An email captured in a Freedom of Information Act (FOIA) lawsuit demonstrates that the State Department asked Hillary Clinton’s attorney to delete copies of a classified email related to the 2012 Benghazi terror attacks.
Judicial Watch reported that Patrick Kennedy, the undersecretary for management at the State Department, penned a letter to Clinton attorney David Kendall in May recommending he delete all electronic copies of the "secret" email.
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I am writing in reference to the following e-mail that is among the approximately 55,000 pages that were identified as potential federal records and produced on behalf of former Secretary Clinton to the [Department] of State on December 5, 2014: E-mail forwarded by Jacob Sullivan to Secretary Clinton on November 18, 2012 at 8:44 pm (Subject: Fw: FYI- Report of arrests–possible Benghazi connection).
Please be advised that today the above referenced e-mail, which previously was unclassified, has been classified as "Secret" pursuant to Section 1.7(d) of Executive Order 13526 in connection with a review and release under the Freedom of Information Act (FOIA). In order to safeguard and protect the classified information, I ask–consistent with my letter to you dated March 23 2015–that you, Secretary Clinton and others assisting her in responding to congressional and related inquiries coordinate in taking the steps set forth below. A copy of the document as redacted under the FOIA is attached to assist you in your search.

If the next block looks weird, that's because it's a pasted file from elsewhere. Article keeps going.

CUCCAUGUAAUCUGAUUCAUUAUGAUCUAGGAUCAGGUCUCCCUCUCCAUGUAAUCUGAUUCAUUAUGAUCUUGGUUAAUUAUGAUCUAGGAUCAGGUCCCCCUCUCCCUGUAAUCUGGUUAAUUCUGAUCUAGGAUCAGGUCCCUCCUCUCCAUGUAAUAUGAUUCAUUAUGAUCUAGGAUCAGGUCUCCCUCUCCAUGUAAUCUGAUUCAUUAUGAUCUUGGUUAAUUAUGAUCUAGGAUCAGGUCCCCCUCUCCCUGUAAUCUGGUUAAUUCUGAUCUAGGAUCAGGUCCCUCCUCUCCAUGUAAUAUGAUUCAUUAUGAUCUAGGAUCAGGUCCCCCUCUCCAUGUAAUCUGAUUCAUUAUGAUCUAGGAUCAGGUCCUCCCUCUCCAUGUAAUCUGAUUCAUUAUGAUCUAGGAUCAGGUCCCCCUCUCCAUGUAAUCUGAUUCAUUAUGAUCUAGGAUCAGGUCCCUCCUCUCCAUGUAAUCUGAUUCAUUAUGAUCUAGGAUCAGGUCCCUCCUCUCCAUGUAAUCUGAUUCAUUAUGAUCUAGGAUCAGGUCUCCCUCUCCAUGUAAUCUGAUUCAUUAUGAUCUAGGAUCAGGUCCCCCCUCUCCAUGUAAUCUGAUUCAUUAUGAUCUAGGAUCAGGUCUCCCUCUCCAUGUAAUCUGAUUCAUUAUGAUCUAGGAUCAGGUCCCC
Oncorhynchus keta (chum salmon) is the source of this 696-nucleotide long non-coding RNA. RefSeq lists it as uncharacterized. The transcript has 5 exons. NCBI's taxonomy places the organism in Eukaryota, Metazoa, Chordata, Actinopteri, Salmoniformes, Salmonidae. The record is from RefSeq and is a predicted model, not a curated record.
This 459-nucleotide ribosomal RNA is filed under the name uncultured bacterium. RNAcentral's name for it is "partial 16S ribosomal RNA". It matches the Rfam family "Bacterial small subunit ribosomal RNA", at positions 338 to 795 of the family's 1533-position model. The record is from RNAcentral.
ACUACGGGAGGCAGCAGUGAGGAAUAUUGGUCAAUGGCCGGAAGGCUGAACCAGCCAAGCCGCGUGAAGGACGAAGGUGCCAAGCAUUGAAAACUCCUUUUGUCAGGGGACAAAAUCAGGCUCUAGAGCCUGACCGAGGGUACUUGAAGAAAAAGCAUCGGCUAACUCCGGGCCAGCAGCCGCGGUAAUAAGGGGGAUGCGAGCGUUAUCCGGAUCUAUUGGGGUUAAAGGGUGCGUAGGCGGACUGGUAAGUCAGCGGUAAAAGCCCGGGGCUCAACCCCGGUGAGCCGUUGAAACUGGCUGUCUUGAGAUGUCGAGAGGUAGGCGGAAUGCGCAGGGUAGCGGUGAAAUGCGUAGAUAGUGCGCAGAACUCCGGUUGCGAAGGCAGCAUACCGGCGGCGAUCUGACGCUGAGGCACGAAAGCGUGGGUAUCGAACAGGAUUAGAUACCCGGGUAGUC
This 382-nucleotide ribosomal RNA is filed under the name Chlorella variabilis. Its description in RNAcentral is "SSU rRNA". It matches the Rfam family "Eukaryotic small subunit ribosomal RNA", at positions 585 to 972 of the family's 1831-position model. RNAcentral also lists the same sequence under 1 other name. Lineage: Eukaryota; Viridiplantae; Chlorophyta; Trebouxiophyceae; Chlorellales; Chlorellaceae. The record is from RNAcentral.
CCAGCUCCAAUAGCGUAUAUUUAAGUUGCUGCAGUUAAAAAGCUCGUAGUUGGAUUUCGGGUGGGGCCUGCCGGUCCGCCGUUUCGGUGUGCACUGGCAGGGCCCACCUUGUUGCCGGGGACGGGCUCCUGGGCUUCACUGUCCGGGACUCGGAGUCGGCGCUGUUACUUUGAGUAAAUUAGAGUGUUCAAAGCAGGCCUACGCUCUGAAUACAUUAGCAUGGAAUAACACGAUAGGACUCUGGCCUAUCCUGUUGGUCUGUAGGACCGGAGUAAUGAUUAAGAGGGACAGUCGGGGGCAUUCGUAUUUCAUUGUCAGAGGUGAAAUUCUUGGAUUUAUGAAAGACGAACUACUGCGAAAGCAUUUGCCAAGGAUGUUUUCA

Once you have made the electronic copy of the documents for the Department, please locate any electronic copies of the above-referenced classified document in your possession. If you locate any electronic copies, please delete them. Additionally, once you have done that, please empty your "Deleted Items" folder.
The letter demonstrates that the State Department recognized the presence of classified material on Clinton’s personal email system months before it was disclosed in the media.
Kendall declined to immediately follow Kennedy’s orders, writing back in June that it would not be "prudent" to delete copies of the email until after document preservation requests from the House Select Committee on Benghazi, the State Department inspector general, and the intelligence community inspector general expire.
Kendall was in possession of three computer thumb drives containing all of Clinton’s work-related emails until the FBI determined that he could not continue to hold emails containing classified information. The attorney was forced to hand over the drives to the Justice Department at the same time Clinton relinquished her server.
Multiple intelligence agencies have confirmed that at least two of the emails contained on the former secretary of state’s personal system held top secret information at the time they were sent. Hundreds more have been flagged for possibly containing classified information.
Clinton has repeatedly denied sending or receiving information marked classified on her personal email.